Rosacea is a highly complex inflammatory skin condition that can range from mild to severe. There are countless serums and treatments on the market that promise the world when it comes to rosacea, that unfortunately (in most cases) overpromise and under-deliver.
Despite decades of research, there is still no clear consensus among the scientific community surrounding rosacea’s exact pathophysiology. So it’s no wonder that there remains no clear, definitive treatment pathway for those suffering rosacea symptoms. Here we explore this a little further so that you may better manage your own symptoms at home.
Rosacea is an inflammatory condition of the skin that can present a little differently in every individual. Facial redness is always, which butterflies out from the nose across the lateral cheeks, and usually down to the jawline. Some, but not all, experience redness around the nasal folds and chin. Some present with Fluid-filled pustules, some do not, instead experiencing textural concerns like roughness and bumpiness but without fluid. The exact cause of rosacea remains a mystery, but some internal and external factors are thought to exacerbate symptoms. Some of these triggers can include spicy food, alcohol, heat, and exercise.
It should be noted that triggers are not consistent across all sufferers, and every rosacea case can respond differently. There are some wives-tales and misconceptions around foods that supposedly worsen rosacea, including dairy, chocolate, and caffeine. Studies have been conducted around food triggers and rosacea, and they are completely inconclusive. For example, several studies report that some of the respondents showed worsened rosacea symptoms after drinking coffee, while others actually reported improvement. So if you’re currently avoiding food or drinks because you’ve heard it may help with your rosacea, you may find some comfort in knowing it isn’t necessarily the case! You may benefit more from keeping a food journal, and paying close attention to what your individual triggers are (and aren’t!).
The concern with rosacea is the persistent inflammation. We know that inflammation can lead to premature ageing, because of the excessive free radicals produced during the inflammatory cascade. This leads to oxidative stress, ie. more free radicals than there are antioxidants to neutralise them. As free radicals cause destruction to collagen, elastin, cell membranes, and lipids, this can all lead to signs of ageing such as loss of volume, wrinkles, and cell damage more quickly than we want it to. So while you may not be able to ‘cure’ your rosacea with skincare, there are some crucial ingredients to incorporate into your routine to help reduce your symptoms and stave off ageing.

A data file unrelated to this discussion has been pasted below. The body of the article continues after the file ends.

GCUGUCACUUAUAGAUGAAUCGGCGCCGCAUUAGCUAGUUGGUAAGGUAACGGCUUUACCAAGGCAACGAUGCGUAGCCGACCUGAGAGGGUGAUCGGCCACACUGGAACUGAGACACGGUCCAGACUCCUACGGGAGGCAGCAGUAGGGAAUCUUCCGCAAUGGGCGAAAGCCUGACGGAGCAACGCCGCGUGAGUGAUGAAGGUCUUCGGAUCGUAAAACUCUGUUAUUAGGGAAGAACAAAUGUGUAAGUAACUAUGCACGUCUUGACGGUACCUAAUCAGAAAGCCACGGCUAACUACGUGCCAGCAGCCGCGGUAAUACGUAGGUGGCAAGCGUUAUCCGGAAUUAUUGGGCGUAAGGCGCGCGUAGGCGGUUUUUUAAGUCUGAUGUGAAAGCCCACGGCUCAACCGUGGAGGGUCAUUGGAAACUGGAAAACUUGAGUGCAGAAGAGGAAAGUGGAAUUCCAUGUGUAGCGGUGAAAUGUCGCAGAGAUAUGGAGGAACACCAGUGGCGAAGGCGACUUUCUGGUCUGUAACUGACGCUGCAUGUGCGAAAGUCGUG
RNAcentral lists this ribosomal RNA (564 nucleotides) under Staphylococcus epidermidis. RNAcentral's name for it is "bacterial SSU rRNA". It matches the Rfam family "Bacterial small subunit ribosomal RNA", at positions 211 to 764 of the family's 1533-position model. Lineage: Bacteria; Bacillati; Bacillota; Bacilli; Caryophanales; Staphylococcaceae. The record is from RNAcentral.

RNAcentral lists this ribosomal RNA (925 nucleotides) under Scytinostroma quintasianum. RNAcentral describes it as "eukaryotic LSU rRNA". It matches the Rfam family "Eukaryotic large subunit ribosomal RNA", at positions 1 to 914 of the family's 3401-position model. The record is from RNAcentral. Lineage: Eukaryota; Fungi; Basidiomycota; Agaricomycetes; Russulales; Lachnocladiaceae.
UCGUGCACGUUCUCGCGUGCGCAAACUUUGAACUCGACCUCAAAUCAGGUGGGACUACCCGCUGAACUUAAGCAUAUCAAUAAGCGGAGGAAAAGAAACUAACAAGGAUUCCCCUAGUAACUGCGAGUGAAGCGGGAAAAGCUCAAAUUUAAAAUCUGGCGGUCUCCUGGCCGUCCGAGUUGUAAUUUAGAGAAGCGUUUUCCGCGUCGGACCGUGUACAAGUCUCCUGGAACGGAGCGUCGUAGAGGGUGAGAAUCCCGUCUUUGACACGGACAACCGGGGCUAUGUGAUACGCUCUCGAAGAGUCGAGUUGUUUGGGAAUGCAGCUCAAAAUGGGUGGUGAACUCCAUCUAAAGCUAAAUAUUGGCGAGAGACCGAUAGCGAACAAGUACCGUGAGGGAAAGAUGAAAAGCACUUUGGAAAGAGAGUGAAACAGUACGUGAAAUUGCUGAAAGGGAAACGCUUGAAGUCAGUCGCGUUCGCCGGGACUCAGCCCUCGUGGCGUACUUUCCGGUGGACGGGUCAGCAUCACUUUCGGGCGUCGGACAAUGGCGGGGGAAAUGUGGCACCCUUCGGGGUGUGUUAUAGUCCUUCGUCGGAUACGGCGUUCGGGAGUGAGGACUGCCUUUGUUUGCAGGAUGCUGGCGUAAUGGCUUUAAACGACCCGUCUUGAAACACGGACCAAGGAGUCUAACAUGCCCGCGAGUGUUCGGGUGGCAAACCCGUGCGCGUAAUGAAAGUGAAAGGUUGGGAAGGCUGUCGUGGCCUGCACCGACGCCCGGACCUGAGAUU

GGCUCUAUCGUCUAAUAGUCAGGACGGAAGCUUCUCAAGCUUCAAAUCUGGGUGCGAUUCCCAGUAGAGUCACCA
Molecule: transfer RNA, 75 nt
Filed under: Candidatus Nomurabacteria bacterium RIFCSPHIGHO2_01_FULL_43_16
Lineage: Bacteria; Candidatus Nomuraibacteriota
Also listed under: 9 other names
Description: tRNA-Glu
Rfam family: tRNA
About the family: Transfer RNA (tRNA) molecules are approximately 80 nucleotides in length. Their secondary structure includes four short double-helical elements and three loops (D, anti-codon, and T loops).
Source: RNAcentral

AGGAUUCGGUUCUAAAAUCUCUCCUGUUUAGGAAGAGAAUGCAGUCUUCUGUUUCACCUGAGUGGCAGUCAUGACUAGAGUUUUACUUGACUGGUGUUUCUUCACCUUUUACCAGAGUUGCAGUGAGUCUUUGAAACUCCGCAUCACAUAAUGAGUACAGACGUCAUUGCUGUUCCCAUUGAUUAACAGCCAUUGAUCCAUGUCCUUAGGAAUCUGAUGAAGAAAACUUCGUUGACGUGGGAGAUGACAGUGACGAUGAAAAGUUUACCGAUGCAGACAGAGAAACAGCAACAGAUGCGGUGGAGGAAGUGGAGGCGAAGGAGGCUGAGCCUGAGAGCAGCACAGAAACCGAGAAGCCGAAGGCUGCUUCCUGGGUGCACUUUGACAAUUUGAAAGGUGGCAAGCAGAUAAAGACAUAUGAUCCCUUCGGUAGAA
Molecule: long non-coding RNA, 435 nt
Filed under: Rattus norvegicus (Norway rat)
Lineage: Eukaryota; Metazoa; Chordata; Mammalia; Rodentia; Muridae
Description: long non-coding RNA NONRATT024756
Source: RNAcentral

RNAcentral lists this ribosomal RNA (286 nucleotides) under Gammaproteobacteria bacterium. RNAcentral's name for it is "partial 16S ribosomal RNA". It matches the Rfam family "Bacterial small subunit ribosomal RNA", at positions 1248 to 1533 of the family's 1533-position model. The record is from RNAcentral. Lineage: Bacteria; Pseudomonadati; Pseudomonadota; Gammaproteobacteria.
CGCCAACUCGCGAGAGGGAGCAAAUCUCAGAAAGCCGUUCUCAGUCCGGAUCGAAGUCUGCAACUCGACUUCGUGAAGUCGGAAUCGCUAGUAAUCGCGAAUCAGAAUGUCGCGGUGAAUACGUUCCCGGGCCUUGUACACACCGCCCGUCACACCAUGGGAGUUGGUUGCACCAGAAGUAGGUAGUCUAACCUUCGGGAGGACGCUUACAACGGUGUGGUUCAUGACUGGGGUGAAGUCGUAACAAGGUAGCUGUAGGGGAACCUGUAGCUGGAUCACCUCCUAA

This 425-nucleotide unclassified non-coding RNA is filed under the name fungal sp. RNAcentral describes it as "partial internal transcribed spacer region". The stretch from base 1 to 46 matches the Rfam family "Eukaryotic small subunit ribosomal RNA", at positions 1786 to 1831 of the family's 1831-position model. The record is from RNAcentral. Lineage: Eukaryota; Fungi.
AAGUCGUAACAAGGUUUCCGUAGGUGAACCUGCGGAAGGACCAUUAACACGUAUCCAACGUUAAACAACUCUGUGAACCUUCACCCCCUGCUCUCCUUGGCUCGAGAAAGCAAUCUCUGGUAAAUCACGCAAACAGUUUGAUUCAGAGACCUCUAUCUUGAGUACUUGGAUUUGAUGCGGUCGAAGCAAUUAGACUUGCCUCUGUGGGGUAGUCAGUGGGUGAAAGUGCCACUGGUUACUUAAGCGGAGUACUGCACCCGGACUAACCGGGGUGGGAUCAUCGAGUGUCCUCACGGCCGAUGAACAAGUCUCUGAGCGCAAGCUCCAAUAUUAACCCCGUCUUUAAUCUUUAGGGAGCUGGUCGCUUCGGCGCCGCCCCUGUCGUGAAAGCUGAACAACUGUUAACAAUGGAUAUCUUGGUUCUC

Vitamin Bs – including B3 and B5, are highly effective anti-inflammatory agents which can down-regulate inflammatory mediators. These may help to reduce redness.
Soothing botanicals – those key plant extracts, tried and tested for decades for their soothing qualities, can help reduce redness and heat in the skin during rosacea flare-ups. These include chamomile and aloe vera.
Hydrators – it is essential to keep the skin well hydrated and moisturised when it is inflamed, as this state incurs damage to natural oils as well as transepidermal water loss. Drink lots of water, utilise water-attracting ingredients like hyaluronic acid, and seal it in with occlusive moisturisers and facial oils.
Zinc – well known for its ability to reduce the inflammatory cascade, this is recommended for any inflammatory skin condition both in topical form and through supplementation.
Essential fatty acids – also known for their reparative, skin-repairing qualities, and ability to restore damaged cell membranes.
Antioxidants – keep oxidative stress at bay with plenty of antioxidants, again both in topical application or dietary supplementation. Utilise what your skin can handle, perhaps this is vitamin C or perhaps a much gentler plant extract.
While it can be understandably frustrating and impact on self-confidence, until we have a better understanding of rosacea, the key focus should be management – not cure. Use these ingredients to repair and protect your skin, remember to keep it well moisturised at all costs, and always consult your skin specialised for more tailored guidance.